Steph's Place

Book Review: Trans Power by Juno Roche

How do I begin to review the book “Trans Power” from Juno Roche?

How do I begin to review the book “Trans Power” from Juno Roche?  Well, actually by reading the book and not looking at other people’s reviews. Book reviews are often so abstract with the word “raw” being a frequent favourite from reviewers.

I swore to God I would never use the word “raw” - but now take that promise back.

In places, Trans Power is not just raw; it is almost to the bone marrow and bounces from high to low like an elephant on a bungee rope.

I guess this is the fourth or fifth trans book I have read and reviewed. Blown away by Whipping Girl by Julia Serano I got hooked and never really expected another book to reach such self-imposed dizzy heights.

Did Trans Power from Juno Roche come close? Read on.

Firstly, let me give massive credit to Juno - where she has come from and got to.  I admire that a soul with HIV and working in the sex industry has become an established writer with such great skill of word.    Juno loves words, and the passion shines through in many sections of this book like a beaming light.

In total, I took six pages of notes while reading Trans Power, but when reading them back to myself, the high – low pattern became more evident.

And for me, the first chapter nearly did me in.

Juno explains over thirty-five long pages her change in position in life from man to trans woman to trans and her delight in masturbation and searches for the perfect wank. All very personal. Setting the theme, yes, but the chapter bored me to tears.

This is because I am probably an old fart.

Wanking and sex (as in intercourse) was once in my life - but as the years (and my Orchie) took effect, it drifted like a sunset over the horizon never to return.

And I don’t miss it.

Juno Roche will not believe that - so I will write it again.

I don't miss it. 

My notes read “This chapter is a rant – and I am paying for it”, but I read on, and the value of the book then became more apparent.

The essence of the book revolves around eight interviews with trans folk, none of whom I have never heard off with one exception.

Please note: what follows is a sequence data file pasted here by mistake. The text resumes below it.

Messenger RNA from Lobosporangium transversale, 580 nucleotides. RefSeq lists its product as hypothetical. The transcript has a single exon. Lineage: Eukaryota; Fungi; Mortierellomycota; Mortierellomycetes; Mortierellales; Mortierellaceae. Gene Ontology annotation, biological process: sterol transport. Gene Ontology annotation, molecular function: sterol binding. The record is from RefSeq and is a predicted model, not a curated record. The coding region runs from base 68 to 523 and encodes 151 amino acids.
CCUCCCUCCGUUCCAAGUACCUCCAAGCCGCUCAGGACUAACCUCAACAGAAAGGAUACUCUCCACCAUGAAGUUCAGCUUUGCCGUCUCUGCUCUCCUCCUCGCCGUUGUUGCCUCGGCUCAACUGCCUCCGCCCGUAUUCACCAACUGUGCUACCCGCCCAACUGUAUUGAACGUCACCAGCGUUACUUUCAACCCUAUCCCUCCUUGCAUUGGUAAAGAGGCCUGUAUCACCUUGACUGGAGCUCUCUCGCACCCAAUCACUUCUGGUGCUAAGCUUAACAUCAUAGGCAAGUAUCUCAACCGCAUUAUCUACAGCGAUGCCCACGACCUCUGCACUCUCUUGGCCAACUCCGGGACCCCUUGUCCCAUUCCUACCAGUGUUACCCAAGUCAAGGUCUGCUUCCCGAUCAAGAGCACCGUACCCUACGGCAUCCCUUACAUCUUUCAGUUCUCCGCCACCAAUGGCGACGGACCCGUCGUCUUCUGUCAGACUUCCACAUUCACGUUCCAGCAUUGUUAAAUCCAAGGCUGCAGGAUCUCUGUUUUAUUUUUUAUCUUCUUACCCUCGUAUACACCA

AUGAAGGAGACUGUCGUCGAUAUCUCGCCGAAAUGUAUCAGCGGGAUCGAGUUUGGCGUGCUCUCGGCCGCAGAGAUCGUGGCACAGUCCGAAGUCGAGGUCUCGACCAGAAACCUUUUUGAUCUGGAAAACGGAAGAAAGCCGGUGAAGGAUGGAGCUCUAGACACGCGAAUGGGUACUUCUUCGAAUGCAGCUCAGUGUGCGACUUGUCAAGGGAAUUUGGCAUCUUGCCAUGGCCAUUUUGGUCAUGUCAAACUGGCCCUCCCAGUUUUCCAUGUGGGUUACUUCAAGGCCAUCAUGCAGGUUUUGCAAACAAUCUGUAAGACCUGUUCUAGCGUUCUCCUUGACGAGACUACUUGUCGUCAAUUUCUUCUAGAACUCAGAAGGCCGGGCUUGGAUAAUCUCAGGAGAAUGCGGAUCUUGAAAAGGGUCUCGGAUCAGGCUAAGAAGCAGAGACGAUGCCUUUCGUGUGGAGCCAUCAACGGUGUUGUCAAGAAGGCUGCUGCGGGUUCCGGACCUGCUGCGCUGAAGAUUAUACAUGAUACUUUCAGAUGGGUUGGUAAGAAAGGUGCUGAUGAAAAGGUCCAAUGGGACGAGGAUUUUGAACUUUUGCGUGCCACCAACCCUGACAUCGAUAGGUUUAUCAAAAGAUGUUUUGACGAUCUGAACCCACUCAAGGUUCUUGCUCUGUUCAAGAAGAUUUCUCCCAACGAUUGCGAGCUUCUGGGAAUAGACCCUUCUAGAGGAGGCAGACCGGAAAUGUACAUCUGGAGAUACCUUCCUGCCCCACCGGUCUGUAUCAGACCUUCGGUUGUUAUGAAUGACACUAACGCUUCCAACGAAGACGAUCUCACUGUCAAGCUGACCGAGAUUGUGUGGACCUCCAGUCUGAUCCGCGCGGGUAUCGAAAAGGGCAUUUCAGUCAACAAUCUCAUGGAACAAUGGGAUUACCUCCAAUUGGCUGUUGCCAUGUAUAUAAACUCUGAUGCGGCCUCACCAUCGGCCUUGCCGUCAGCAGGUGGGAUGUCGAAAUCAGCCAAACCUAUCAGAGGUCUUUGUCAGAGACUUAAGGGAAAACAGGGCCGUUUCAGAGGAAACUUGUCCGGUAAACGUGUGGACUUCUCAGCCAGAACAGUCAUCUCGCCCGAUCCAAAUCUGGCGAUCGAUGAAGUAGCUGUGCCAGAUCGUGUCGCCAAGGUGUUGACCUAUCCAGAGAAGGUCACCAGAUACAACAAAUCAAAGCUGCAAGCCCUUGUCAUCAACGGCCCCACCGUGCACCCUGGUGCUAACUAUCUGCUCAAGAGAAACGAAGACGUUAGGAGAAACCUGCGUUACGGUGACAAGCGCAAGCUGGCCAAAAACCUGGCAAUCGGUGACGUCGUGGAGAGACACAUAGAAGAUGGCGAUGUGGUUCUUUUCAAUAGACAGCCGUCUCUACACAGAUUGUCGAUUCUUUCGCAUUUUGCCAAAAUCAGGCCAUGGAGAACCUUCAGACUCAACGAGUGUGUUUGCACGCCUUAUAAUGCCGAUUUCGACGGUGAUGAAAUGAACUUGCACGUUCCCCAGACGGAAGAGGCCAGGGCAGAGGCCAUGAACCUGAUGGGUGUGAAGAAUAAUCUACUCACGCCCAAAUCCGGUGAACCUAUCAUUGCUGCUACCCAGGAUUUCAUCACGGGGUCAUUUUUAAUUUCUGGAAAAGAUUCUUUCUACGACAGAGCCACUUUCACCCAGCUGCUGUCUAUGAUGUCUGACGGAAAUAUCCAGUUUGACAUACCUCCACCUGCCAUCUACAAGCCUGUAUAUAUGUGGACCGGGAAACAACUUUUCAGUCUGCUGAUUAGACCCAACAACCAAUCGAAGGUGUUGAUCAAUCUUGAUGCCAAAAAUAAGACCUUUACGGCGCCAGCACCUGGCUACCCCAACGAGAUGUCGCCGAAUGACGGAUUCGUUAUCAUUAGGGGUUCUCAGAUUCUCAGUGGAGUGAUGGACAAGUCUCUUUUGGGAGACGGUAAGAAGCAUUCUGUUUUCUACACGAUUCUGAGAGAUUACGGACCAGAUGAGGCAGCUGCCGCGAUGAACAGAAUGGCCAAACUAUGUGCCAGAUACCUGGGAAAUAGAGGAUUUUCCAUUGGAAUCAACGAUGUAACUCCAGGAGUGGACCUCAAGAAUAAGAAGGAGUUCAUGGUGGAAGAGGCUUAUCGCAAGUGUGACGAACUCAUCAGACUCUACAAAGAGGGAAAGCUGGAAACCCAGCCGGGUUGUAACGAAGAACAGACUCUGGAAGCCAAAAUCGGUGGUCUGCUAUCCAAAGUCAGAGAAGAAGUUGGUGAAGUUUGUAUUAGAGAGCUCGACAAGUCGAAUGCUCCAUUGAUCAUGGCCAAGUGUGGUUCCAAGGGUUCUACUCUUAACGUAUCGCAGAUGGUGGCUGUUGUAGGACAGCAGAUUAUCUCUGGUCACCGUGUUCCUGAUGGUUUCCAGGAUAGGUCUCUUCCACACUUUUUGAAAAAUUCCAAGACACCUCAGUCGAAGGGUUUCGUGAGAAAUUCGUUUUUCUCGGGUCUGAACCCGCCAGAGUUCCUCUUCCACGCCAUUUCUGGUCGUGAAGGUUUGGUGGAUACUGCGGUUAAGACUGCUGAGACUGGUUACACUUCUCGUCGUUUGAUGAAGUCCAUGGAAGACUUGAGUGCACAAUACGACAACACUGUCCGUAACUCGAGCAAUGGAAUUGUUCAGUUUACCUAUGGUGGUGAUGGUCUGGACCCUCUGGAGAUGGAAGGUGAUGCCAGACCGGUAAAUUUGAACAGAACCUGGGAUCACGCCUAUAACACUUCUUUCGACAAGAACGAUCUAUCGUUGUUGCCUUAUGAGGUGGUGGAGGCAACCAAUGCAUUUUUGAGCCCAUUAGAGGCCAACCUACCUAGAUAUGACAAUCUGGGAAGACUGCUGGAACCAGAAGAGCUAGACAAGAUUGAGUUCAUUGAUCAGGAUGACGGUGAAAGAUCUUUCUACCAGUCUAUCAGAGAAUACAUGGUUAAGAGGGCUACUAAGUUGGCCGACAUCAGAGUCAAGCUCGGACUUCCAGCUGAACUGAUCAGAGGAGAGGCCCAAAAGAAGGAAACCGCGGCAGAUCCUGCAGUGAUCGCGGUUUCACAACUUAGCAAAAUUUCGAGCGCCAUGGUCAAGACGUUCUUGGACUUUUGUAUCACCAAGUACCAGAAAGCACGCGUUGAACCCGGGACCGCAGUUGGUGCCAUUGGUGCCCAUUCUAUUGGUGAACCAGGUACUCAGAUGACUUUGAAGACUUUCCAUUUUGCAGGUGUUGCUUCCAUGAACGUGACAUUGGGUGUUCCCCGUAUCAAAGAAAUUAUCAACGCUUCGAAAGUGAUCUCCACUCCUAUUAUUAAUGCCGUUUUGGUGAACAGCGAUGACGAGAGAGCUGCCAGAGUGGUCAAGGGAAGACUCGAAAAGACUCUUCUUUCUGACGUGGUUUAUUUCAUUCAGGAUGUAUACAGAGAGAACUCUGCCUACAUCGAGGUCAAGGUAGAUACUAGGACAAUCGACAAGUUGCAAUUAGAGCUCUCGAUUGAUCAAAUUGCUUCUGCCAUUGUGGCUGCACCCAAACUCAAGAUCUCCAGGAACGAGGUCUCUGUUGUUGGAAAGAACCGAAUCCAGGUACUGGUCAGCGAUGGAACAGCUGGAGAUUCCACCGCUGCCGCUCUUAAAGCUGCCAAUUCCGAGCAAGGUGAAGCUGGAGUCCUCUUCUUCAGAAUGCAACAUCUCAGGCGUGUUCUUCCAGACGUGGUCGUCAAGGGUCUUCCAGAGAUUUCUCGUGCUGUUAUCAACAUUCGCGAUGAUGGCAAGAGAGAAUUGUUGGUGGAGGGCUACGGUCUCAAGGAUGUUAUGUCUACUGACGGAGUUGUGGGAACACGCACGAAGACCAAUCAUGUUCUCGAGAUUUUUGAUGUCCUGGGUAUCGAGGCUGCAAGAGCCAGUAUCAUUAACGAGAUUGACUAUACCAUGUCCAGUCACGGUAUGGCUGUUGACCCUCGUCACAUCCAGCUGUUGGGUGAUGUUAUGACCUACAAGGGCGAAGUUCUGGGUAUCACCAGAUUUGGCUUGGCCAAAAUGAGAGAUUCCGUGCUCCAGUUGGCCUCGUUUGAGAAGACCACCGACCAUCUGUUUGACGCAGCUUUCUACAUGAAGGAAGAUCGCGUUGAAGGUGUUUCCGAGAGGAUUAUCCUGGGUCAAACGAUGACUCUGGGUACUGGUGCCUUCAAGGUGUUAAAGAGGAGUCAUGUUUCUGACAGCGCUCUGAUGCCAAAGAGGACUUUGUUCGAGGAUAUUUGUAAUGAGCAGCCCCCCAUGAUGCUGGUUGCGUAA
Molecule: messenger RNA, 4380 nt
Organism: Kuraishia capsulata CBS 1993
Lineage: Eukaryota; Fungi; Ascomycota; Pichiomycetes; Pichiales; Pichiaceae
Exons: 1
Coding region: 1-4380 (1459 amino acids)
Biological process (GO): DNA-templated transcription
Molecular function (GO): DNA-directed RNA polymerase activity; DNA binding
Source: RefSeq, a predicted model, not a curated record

But this is not a surprise for I am a community virgin. A virgin at 68. Juno will not believe that either. 

While I found some of the interviews out of my sphere of interest, I did find some gold nuggets as well.

Juno introduced me to Travis Alabanza and Glamrou – two drag queens who I quickly found on YouTube and nearly died laughing. Their observational comedy was hilarious, and I enjoyed learning about both of them and their performance on stage courtesy of YouTube.

Whilst from very different backgrounds their life stories were fascinating. The book had redeemed itself.

But better was to come.

Every day is a school day, and I look forward to school.

And so, appeared the interviews with Kate Bornstein & E J Scott.

Now I had heard of Kate Bornstein (I told you I am a virgin), but the wisdom and her unadulterated philosophy blew me away.

I recall being preached to once by the evangelist Billy Graham and melting (but not quite to the point of giving my life to Christianity), and Kate equalled that experience. If you are searching for answers in your trans journey, Kate Bornstein should be on your menu hit list.

Juno made it apparent she was in awe of Kate Bornstein, and I too am in awe. 

The final interview in Trans Power has Juno interviewing E J Scott who established and curates “Museum of Transology” – something again I did not know existed.   And this interview was for me the cherry on the cake. I wrote in my notes “My sort of person – he has trans nailed. Page 229 was awesome.”

Another note read “After reading the comments from EJ Scott I am at peace with my gender” while another read “there are those shouting we are trans and others seeking normality.”

Looking back how true – I was seeking normality until Liz Truss changed my direction with her evidence to the Women’s & Equalities Select Committee on the 22nd of April 2020. I am now shouting.

E J argues to look at aspects of trans lives in circular, not linear ways – something I discovered for myself some time back and makes this very point elsewhere on my web site.

Bornstein & E J Scott made reading Trans Power by Juno Roche more than worthwhile and then as a little caveat Juno writes at her best in the conclusion chapter “Trans is Beautiful”.

I put the book down with an internal glow of satisfaction – the elephant on the bungee rope had stopped bouncing.

The elephant smiled, and I smiled back. 

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